The Federal Reserve should raise interest rates "back to normal levels" after years of keeping them low to provide an extra jolt to the economy, Richmond Fed President Thomas Barkin said Aug. 8.
Barkin is a voter this year on the Federal Open Market Committee, which has raised its benchmark federal funds rate twice this year and has two more hikes penciled in. He said the central bank should continue raising rates amid a strong economy, one that is "starting to feel like we've got some tailwinds rather than headwinds."
It is "difficult to argue that lower-than-normal rates are appropriate" with a 3.9% unemployment rate and inflation around the Fed's 2% goal, Barkin said. He also signaled that keeping rates low could spark an unhealthy inflation increase and that the Fed should not "risk the credibility of our commitment to low and stable inflation."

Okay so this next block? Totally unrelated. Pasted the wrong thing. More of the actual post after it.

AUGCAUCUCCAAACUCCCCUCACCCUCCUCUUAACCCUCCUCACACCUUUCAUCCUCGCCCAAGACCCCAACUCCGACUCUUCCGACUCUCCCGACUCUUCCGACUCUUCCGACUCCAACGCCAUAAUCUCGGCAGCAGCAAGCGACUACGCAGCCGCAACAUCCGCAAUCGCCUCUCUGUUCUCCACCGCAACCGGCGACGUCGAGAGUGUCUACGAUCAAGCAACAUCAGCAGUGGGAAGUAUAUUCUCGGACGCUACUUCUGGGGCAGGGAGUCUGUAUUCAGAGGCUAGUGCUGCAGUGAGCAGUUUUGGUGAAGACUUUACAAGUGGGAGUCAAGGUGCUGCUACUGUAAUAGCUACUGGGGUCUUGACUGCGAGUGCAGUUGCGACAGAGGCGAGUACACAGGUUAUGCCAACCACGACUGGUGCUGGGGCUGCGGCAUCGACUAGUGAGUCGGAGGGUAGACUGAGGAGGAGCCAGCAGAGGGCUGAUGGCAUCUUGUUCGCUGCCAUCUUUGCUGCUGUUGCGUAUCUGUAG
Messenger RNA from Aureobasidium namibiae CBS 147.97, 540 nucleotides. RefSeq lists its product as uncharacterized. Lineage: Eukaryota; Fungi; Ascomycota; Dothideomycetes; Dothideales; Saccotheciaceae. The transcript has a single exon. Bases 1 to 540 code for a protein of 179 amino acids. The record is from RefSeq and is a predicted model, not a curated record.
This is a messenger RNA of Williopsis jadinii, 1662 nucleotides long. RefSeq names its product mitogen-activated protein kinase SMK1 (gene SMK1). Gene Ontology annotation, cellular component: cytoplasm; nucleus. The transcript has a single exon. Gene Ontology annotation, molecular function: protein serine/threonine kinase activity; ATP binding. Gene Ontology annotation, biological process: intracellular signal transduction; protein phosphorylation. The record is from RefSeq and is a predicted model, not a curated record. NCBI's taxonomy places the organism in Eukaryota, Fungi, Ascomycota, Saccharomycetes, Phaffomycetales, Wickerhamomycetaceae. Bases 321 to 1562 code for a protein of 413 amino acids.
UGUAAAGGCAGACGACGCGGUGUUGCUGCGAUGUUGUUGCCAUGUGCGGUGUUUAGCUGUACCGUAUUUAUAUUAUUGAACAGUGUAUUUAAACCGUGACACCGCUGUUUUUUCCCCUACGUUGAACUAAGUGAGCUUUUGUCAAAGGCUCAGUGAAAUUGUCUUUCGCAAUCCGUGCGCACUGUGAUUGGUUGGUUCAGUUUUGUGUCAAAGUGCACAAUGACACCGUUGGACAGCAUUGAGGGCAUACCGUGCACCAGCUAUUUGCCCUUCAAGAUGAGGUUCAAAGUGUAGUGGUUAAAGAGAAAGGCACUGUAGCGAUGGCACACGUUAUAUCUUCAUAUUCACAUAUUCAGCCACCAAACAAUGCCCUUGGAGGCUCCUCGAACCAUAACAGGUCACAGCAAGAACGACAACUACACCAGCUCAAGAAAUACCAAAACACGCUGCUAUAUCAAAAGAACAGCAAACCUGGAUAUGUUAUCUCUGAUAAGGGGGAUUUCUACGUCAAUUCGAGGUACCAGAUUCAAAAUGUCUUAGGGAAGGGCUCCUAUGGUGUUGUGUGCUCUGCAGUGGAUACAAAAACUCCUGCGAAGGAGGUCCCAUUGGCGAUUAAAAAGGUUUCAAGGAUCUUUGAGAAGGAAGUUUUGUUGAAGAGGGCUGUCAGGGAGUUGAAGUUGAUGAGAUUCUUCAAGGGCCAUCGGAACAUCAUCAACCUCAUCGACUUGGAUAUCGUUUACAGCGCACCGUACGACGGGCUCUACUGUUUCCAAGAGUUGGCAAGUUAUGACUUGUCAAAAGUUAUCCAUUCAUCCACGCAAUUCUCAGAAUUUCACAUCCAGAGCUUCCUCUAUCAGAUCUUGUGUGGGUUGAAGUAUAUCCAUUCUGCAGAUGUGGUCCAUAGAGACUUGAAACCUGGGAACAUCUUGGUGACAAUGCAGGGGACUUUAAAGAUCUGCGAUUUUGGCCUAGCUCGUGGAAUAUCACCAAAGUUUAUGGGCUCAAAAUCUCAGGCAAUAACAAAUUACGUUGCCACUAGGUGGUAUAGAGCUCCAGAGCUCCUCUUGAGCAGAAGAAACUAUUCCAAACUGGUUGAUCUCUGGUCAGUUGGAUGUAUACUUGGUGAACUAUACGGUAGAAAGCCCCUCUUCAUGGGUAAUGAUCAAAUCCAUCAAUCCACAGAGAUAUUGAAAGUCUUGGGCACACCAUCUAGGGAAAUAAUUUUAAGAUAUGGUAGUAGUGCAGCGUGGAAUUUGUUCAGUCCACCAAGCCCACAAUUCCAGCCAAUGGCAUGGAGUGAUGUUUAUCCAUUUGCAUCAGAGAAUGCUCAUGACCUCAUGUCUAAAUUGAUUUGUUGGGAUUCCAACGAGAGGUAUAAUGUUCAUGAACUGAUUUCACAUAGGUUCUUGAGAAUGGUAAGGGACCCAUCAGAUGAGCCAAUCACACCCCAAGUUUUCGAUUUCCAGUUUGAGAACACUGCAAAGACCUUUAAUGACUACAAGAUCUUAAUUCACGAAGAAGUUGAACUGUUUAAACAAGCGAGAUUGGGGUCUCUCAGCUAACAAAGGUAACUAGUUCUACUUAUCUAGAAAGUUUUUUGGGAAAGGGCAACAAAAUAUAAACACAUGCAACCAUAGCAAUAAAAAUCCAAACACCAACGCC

"That means when the economy calls for moving back to normal levels, as do the conditions I just described, we should follow through," he said in prepared remarks. "Given the strength of the underlying economy and the recent additional fiscal stimulus, the risk of normalization is reduced."
Barkin said recent uncertainty on trade policy is "making people more nervous" today than a few months back, though for now "businesses and consumers seem to be looking through these risks." An Atlanta Fed survey released Aug. 7, for example, found few signs that businesses are halting capital investment plans yet, though researchers warned their concerns could escalate quickly.